INITIAL REPORT; January 2007.


Sponsored by The Cavalier King Charles Spaniel Club and the Kennel Club Charitable Trust.


Brendan Corcoran has presented an initial report on the results of their three-year project. This report follows.

Dr Corcoran said that their research has clarified a whole range of changes that occur in diseased valves and they now know a lot more about what is going on in the mitral valve than previously. But they still do not know why the disease occurs.

He and his colleagues will spend the next few months analysing the data collected and then decide the best way forward. He considers that the major conundrum that still exists is why the CKCS is more prone to the disease at an earlier stage in life than other breeds. He mentions that nearly all the geriatric dogs from which the valve samples were collected, showed evidence of the disease. They had only limited success in obtaining heart valves from Cavaliers. The majority supplied came from cross breeds and some pedigree dogs including Beagles which are also prone to MVD.

When the data has been thoroughly considered, Dr Corcoran has promised to provide a more detailed overview of the research in a form that has less specific scientific jargon.

Lesley Jupp
CKCS Club Chairman

Canine Mitral Disease Project Report


This study is financed by the Cavalier King Charles Spaniel Club and the Kennel Club Charitable Trust. The main use of funds is in the support of a PhD student Richard Han. Mr Han is due to finish his course of study end of January 2007, and expects to submit his thesis in Autumn 2007.

The study's broad aims are to better understand the pathological changes that occur in the mitral valves of dogs with myxomatous degeneration (endocadiosis). The project has utilised a variety of techniques to try and elucidate the changes that occur in diseased valves, and some of the results to date have been presented at scientific meetings. Additionally, complimentary studies have been organised involving other students and staff at the R(D)SVS and utilising the resources that have become available from the main study.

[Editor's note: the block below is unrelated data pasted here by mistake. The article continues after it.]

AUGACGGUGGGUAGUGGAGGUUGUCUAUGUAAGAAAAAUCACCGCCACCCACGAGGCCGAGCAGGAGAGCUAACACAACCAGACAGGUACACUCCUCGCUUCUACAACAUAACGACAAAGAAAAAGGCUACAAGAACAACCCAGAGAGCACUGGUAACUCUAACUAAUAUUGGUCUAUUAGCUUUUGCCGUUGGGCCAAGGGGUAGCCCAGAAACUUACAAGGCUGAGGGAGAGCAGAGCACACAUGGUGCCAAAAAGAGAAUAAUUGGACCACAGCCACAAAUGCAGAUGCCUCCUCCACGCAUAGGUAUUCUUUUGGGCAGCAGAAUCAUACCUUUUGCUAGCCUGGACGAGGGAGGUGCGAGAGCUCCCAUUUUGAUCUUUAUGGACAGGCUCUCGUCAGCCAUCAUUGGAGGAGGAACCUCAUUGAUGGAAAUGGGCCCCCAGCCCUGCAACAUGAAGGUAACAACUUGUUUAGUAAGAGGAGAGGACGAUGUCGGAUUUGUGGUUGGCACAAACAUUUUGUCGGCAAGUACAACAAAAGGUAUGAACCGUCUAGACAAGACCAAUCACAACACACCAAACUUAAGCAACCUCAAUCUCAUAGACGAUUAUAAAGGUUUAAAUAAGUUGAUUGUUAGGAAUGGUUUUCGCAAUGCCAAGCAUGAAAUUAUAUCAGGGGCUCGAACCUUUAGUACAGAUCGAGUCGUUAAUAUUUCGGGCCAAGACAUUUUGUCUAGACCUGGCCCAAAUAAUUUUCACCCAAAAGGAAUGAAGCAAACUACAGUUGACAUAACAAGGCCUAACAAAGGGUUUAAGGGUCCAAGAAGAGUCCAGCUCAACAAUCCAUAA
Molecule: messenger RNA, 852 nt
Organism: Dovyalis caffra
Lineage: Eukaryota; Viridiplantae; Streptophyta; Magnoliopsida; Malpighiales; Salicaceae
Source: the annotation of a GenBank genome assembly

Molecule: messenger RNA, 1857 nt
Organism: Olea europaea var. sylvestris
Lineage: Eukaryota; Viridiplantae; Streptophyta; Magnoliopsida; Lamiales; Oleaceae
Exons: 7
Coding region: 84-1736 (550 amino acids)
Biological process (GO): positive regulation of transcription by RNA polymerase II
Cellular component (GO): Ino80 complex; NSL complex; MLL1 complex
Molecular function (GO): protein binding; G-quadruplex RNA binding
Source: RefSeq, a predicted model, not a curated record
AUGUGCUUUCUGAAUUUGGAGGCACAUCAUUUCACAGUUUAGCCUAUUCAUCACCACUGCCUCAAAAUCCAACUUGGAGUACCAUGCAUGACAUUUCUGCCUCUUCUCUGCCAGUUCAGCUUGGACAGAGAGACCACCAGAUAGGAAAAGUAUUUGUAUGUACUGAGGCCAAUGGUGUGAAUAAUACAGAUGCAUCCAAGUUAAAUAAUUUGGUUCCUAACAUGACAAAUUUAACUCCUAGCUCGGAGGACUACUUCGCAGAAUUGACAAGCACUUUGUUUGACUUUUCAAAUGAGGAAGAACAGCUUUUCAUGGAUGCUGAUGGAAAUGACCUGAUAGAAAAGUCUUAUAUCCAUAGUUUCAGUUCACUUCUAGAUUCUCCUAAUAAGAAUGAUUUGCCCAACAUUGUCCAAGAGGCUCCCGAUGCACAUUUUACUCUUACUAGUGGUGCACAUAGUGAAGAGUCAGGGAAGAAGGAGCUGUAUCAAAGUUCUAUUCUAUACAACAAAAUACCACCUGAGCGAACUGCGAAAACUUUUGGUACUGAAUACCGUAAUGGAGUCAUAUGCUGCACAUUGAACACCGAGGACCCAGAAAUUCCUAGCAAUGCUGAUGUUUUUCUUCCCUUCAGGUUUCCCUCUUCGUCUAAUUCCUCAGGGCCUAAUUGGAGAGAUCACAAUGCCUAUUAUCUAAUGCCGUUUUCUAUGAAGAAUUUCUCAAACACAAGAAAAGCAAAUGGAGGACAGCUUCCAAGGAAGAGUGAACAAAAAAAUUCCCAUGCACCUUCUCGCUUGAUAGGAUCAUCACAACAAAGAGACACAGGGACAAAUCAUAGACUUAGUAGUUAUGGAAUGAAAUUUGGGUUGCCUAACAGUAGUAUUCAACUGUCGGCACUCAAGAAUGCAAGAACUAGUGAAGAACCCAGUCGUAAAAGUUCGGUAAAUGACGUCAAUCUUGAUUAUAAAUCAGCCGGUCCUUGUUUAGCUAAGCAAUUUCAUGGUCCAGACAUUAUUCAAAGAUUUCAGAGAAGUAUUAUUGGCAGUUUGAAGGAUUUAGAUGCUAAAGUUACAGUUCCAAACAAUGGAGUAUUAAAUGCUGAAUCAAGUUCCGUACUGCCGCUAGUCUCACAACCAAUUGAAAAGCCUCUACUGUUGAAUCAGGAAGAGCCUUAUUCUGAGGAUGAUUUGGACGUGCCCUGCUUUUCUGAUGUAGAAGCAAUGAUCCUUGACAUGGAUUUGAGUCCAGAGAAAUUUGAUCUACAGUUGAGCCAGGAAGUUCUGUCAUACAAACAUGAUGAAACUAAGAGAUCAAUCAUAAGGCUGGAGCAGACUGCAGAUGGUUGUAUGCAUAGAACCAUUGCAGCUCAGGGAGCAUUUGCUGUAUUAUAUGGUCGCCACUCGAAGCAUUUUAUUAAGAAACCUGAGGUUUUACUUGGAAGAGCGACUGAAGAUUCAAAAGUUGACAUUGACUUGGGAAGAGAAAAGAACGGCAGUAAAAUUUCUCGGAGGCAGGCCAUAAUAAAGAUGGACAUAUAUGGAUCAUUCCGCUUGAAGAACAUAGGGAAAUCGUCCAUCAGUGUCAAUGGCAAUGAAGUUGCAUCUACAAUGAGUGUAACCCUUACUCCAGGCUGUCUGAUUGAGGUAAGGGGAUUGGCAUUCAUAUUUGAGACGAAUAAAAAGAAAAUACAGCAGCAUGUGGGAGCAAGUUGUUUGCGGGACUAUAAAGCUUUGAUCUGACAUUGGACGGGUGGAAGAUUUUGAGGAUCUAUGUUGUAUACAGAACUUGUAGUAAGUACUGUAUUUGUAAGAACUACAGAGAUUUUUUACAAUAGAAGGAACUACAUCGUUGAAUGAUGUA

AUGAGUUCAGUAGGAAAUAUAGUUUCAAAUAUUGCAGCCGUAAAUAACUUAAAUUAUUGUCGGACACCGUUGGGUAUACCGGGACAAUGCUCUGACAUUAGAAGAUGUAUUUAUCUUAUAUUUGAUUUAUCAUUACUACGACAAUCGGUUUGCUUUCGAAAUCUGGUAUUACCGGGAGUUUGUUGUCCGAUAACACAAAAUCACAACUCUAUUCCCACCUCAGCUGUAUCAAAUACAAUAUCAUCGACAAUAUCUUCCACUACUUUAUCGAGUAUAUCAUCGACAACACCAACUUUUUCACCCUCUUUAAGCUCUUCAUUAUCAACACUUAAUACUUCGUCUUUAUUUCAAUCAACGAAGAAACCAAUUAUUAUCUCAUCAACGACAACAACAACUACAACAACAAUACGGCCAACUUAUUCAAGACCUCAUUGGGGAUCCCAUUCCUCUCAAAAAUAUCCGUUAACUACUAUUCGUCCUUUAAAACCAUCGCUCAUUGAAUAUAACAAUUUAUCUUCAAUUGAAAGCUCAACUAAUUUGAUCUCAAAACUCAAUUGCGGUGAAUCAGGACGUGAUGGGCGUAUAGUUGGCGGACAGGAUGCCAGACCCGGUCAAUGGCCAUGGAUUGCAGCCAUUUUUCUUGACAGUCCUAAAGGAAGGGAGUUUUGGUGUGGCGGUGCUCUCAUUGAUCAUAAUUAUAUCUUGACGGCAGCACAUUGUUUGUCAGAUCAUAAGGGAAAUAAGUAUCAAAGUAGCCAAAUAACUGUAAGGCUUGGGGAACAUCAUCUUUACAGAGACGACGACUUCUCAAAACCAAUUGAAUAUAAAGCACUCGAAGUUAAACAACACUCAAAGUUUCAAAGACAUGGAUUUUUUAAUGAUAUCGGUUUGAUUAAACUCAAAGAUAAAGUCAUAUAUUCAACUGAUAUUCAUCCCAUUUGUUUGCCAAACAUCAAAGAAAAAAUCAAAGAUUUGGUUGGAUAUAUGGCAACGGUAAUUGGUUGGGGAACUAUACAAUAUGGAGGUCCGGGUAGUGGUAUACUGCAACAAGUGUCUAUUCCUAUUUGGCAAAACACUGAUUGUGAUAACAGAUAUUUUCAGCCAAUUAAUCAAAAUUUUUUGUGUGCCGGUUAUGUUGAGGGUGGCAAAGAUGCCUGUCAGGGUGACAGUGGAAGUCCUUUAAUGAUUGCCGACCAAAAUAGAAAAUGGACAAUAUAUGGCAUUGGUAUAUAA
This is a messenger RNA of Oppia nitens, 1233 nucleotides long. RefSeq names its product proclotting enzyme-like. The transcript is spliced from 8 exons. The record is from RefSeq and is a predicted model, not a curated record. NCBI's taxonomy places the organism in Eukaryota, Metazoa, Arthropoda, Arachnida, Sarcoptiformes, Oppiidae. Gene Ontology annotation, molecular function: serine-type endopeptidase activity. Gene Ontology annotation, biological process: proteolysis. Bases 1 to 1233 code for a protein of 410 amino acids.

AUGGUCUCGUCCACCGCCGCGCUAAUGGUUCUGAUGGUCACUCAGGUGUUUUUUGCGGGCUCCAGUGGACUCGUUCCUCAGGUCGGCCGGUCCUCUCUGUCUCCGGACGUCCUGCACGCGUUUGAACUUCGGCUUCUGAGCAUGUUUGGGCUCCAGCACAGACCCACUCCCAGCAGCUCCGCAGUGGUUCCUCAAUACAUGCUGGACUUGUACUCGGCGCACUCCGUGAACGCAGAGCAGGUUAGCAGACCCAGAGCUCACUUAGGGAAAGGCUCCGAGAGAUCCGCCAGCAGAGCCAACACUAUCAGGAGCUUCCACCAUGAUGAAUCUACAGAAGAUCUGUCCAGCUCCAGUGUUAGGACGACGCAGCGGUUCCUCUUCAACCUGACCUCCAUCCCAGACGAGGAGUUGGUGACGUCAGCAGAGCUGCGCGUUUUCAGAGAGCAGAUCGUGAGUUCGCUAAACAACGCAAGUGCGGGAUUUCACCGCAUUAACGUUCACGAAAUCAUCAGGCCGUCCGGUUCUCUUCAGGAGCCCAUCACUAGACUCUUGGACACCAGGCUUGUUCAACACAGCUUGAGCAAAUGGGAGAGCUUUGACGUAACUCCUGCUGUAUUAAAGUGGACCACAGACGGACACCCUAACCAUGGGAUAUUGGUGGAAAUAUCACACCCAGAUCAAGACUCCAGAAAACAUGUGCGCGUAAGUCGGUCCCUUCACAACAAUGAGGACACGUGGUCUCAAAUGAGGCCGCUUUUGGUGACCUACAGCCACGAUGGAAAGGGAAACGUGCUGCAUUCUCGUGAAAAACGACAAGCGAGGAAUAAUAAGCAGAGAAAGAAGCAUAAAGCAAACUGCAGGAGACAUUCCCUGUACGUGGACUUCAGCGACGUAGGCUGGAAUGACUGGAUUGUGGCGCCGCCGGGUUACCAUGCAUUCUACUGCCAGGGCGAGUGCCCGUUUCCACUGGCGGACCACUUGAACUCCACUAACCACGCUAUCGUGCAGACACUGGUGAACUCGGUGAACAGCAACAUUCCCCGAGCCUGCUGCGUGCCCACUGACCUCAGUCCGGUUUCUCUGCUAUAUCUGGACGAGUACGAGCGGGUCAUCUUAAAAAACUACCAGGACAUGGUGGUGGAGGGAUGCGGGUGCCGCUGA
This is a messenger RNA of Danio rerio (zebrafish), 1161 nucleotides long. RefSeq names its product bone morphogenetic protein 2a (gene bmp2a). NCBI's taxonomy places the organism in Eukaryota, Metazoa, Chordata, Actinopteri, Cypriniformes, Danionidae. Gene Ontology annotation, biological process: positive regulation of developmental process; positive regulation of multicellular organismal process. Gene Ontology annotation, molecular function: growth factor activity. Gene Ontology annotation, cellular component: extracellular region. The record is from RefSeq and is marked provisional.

Project work

The work to date can be divided into the following categories. For some of these studies we have recruited other students and staff members as the project has evolved, and Richard Hans role has been to coordinate tissue sourcing and provide technical support and guidance.
  1. Immunohistochemical localisation and identification of cell types in affected valves.
    • Immunophenotyping of the valve stromal cells using antibodies against vimentin, desmin, smooth muscle actin, smooth muscle myosin; work completed reported at ECVIM congress, Amsterdam 2006 and to be shortly submitted for publication.
    • Identification of role of macrophages and mast cells in disease pathology; initial work completed and reported at the ECVIM congress, Amsterdam 2006 and prepared for publication.
    • Identification of the expression of CD34 in valve cells; work shortly to be completed.
    • Identification of stem cells/mast cells in valve leaflets using CD117; laboratory work in progress and shortly to be completed.
    • Immunohistochernical localisation of neural elements in valves; work close to completion and will be submitted for publication early 2007.
  2. Quantification of cellular changes in diseased valves.
    • Use of image analysis techniques to map cellular density and distribution in disease valves; work completed and presented at the IA.MC congress, Liverpool 2006, shortly to be prepared for publication.